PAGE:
Witnessing. Tears. Without politics or judgment. The songs on Rifles and Rosary Beads resist the traditional war narrative through perspective, too. “I get no basic training / I get no purple heart,” states the narrator of “War after the War,” a song Gauthier and Beth Nielsen Chapman co-wrote with six SW:S participants. (Alongside Chapman and Gauthier, other dream team faculty include Darrel Scott, Radney Foster, Ashley Cleveland, and Marshall Crenshaw.) The catch here is that the speaker, like the songwriters, never even deployed, let alone put on a uniform. Rather, the story is told by the wife of a sick soldier. The woman whose community tells her how lucky she is that her partner came home—no matter his volatile state. Instead of a free breakfast at Waffle House, she gets “eggshells on the floor,” and is co-consumed by postwar trauma.
Other songs feature the female troop’s perspective. “Iraq” details one of the most known-yet-ignored atrocities of postmodern war, Military Sexual Trauma, and reflects the co-writer’s abuse and harassment by her fellow troops. In “Brothers,” a lactating mom goes from nursing her infant, to a combat deployment: “I wiped my face, changed my soaking bra / Told my body not to feel at all.” Though the tune describes a soldier’s struggle in theater, it was inspired by a stateside Facebook exchange. When one of the co-writers, a female Army veteran, saw that a comrade had posted “For My Brothers” next to a flag emoji on Veterans Day, she was devastated. Or, as Gauthier puts it, “She was saying, ‘I’d die for you, motherfucker. You need to get your language straight.’”
Language. Image. Our own, collective vision of a vet. “I think we all struggle with the stereotype of a soldier being a straight white man,” Mary says. Thanks be, the spectrum of cowriters at SW:S reflects a more realistic makeup of our military: white and not, male and female, from base husband to immigrant enlisted. “I work with a gay couple, female. An EOD [explosive ordinance disposal] soldier who is married to a woman, with a baby.” Gauthier pauses, both hands holding her tea mug. “The stereotype needs to be blown up, because it’s not true.”
Truth, again, being a constant theme—and perhaps this record’s great link to war lit. There’s a reason why Tim O’Brien (the fiction titan, not the bluegrass god) starts off “How to Tell a True War Story” with a three-syllable, standalone sentence—“This is true”—before launching into a thematically- and structurally-fraught attempt to discern memory from fact. That same pursuit of recovery can explain why Robert Olen Butler’s Pulitzer-winning A Good Scent from A Strange Mountain deciphers his Vietnam experience care of the Louisiana coastline, or why Dickey’s Deliverance may be his best war writing, though its battles are waged in suburban Atlanta and backwoods Georgia. Combat is everywhere, whether the uniform is on or off.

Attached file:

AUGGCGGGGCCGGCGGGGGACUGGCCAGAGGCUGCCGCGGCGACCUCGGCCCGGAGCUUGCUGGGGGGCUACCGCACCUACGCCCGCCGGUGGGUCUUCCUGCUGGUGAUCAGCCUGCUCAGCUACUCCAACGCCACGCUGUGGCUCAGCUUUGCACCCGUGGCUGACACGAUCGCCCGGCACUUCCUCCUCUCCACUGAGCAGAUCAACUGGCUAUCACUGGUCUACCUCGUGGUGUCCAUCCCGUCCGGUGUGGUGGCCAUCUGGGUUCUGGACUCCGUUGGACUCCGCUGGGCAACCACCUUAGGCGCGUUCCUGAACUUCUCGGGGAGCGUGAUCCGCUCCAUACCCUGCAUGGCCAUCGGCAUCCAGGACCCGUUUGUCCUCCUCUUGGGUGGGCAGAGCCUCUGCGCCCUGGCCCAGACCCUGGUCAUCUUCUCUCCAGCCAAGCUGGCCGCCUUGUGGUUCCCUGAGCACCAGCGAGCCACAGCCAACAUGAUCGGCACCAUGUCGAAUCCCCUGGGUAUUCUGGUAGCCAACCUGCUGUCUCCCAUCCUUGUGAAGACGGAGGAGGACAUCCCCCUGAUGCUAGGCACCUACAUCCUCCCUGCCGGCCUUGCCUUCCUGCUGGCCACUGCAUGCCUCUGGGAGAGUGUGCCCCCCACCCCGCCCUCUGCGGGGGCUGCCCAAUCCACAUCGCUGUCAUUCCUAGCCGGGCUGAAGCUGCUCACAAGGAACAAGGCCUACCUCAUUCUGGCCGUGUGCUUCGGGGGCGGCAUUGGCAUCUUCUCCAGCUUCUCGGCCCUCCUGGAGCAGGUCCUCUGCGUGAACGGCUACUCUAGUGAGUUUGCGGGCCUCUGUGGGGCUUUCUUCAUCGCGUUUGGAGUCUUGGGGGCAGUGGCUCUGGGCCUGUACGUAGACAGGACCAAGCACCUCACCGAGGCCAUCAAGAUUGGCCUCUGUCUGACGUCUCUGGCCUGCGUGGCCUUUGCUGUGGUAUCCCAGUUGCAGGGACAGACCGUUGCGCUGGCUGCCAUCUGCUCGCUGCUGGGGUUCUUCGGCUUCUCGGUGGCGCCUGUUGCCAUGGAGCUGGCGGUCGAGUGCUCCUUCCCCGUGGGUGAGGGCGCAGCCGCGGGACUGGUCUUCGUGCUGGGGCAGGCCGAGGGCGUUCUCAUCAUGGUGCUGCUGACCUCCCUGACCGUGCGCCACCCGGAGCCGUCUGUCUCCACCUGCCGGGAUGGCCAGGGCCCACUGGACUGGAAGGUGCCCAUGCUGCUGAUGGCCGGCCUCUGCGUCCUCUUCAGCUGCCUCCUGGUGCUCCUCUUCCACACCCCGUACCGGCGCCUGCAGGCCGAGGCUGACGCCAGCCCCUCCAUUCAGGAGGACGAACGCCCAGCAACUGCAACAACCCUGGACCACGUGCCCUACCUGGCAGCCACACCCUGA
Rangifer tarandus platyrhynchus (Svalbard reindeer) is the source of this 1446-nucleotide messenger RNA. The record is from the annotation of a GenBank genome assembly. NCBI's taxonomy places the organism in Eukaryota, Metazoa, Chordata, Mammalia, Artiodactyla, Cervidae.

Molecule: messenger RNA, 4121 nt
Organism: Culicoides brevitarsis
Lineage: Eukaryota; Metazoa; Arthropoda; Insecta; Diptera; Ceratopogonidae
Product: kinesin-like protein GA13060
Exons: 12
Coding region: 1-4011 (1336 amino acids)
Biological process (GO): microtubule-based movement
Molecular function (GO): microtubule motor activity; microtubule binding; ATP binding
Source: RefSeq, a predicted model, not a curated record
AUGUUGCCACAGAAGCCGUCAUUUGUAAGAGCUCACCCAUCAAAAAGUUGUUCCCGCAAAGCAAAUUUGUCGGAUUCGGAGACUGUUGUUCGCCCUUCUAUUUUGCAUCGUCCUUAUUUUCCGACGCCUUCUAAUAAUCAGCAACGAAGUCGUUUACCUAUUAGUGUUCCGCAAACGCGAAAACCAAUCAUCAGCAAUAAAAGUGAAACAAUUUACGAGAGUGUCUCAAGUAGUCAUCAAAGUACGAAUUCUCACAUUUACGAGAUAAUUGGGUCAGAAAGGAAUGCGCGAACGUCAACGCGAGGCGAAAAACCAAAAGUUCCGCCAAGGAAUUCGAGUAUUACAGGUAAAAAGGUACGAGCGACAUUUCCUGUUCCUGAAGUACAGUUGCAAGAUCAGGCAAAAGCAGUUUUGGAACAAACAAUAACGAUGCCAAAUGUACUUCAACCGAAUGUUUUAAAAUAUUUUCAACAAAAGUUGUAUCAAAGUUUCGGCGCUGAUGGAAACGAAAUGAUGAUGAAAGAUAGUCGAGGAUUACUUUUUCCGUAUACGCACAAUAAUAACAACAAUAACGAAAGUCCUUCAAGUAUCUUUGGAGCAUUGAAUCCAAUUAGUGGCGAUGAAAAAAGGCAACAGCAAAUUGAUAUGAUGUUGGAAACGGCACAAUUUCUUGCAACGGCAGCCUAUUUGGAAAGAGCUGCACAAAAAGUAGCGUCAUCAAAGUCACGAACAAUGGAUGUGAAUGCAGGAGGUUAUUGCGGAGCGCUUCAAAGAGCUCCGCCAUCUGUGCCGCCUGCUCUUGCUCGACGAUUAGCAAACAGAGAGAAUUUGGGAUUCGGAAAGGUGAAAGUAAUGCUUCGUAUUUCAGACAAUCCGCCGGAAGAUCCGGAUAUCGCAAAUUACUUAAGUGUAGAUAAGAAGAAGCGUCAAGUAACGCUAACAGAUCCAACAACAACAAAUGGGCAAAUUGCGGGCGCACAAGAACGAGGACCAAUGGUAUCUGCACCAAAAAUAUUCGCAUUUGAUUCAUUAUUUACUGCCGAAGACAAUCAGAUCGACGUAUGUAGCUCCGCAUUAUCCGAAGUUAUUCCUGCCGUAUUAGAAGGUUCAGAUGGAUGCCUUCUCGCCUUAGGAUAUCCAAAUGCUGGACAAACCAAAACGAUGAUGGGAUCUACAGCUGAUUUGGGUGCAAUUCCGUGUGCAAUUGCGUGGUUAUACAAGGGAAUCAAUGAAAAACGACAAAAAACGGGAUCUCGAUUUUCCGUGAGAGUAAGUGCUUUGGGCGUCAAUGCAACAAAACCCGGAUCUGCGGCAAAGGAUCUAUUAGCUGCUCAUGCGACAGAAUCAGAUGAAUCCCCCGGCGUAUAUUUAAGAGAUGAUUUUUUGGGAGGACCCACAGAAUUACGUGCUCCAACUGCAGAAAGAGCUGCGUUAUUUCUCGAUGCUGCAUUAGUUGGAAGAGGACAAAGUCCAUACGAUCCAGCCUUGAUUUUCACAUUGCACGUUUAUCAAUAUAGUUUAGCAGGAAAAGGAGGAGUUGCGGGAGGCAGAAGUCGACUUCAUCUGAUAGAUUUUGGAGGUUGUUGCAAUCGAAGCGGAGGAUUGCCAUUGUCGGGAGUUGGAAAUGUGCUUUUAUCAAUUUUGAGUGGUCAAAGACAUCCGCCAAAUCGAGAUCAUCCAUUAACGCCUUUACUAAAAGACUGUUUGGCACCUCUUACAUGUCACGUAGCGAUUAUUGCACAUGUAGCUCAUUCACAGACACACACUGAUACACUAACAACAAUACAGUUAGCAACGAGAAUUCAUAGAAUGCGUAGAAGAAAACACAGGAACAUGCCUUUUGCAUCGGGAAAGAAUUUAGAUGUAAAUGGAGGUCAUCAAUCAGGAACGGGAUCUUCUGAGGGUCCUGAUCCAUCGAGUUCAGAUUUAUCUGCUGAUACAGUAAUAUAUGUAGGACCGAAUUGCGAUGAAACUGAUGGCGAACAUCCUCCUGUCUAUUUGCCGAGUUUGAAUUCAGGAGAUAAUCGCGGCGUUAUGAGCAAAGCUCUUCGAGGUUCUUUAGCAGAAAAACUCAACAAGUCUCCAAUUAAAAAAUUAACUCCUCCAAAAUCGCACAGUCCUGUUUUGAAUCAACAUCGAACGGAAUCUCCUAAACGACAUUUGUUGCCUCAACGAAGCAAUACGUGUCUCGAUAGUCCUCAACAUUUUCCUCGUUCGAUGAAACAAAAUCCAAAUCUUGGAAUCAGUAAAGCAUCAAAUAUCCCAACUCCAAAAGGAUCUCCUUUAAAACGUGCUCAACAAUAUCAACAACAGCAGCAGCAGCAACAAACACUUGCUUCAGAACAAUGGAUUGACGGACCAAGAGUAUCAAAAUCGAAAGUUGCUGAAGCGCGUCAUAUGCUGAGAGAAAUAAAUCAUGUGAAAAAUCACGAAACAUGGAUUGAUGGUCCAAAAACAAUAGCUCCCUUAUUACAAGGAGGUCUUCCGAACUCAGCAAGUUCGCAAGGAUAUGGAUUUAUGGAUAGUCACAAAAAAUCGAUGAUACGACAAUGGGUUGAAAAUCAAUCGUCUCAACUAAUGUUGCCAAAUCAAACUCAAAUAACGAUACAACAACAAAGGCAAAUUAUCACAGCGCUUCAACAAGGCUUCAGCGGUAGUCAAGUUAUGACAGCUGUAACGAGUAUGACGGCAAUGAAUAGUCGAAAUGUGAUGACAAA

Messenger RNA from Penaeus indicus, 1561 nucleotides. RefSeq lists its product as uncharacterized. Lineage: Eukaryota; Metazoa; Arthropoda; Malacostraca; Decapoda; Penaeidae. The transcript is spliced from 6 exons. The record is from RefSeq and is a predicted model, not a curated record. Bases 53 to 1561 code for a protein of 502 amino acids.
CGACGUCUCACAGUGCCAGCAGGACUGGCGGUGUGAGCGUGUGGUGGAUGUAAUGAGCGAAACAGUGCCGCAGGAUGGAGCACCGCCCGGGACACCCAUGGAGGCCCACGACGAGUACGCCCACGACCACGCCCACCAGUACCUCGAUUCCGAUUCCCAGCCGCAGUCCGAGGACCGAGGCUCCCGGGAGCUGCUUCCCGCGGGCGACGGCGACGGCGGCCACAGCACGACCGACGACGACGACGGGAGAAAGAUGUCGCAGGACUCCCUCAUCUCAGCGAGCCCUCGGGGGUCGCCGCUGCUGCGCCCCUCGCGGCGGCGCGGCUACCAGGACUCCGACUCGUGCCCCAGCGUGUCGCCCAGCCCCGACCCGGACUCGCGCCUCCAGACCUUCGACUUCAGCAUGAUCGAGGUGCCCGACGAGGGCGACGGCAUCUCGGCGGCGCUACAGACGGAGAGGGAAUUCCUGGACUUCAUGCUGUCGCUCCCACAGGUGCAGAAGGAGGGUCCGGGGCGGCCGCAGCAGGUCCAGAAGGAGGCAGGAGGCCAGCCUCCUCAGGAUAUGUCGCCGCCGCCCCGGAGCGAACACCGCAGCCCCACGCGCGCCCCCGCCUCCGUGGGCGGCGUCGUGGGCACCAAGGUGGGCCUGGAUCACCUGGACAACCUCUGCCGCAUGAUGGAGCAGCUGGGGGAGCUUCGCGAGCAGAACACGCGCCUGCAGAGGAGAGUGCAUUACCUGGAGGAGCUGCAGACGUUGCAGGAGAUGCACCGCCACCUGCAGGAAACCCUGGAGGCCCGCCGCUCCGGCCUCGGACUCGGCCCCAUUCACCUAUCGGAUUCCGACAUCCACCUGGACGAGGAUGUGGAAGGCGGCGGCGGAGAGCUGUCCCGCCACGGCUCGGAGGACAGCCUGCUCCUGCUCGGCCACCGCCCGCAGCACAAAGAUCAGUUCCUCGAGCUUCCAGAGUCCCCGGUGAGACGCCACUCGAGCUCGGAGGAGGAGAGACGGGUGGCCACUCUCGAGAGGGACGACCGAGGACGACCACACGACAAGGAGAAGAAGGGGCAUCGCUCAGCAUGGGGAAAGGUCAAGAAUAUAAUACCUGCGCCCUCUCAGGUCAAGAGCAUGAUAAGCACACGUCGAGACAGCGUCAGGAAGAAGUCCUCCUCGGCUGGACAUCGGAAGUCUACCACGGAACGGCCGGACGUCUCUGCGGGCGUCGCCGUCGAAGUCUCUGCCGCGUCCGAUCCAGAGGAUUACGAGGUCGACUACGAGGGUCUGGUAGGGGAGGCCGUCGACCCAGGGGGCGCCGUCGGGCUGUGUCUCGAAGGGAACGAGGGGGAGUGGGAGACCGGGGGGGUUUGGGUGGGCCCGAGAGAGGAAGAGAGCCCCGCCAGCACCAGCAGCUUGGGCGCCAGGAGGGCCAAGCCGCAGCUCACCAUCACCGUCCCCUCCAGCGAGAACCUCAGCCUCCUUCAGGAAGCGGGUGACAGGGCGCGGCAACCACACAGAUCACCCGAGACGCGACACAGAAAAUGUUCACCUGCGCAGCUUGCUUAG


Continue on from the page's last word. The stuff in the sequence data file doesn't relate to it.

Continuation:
With respect to my fellow combat vets, it isn’t fair to imply that all war stories are about anguish. (My grandad told a howler about hitchhiking after WWII, and my dad tells of a Thanksgiving turkey snafu in Vietnam.) Nor are all servicepersons necessarily shattered. Yet for so many, trauma is murky, open-ended. Hell, it might not even be the right term to use. In his book Making War at Fort Hood, anthropologist Kenneth MacLeish advances the idea that while trauma implies an event that remains in the past, vulnerability describes an ongoing condition, a “lived affect” of war. This sustain is echoed in “I Got Your Six,” in which a veteran engages both the battlefield past (the number 6 being behind you on the clock face), and the perpetual threat of the future. “Six o’clock is always behind you,” the song states, the use of “you” speaking to both the soldier’s own, perpetual blind spot, and the need to cover someone else’s.
“If you’re the story, there’s a sense of being the victim,” Gauthier says. She often reminds folks of the 7,400 veterans who kill themselves every year. Yet she believes that “If you’re the storyteller, you’re empowered.” Epitomizing this claim is one of her cowriters, Sgt. Joshua Geartz, who went from attempting suicide to fundraising for fellow troops. Specifically, the man rode his wheelchair over 422 miles of highway (as in, “For 22,” which is the number of servicepersons who kill themselves every day).
The album is a concurrence of war-making, peace-making, and the fight for the in-between. Channeling the variegated reality of the war experience—holding up the image of “Rifles and rosary beads” alongside “Vicodin morphine dreams,” for instance—is what makes the record so legit, because it forces us to reconcile what we want to hear with what these soldiers want to say. While some folks rage at athletes who kneel during the anthem, Gauthier sees partisan patriotism as no more than “a bad song.” Instead, she and her cowriters seek empathy, agency, recovery.
“Some of these veterans, because of what they did at war, feel unlovable now,” she says. “And it’s a terrifying thing for them to say ‘I need you to love me and I don’t even know if I love me. I hate me for what I did.’” In this way, the album brings reflection on one type of service, exactly as it provides another: confession and complication, cover fire for forgiveness.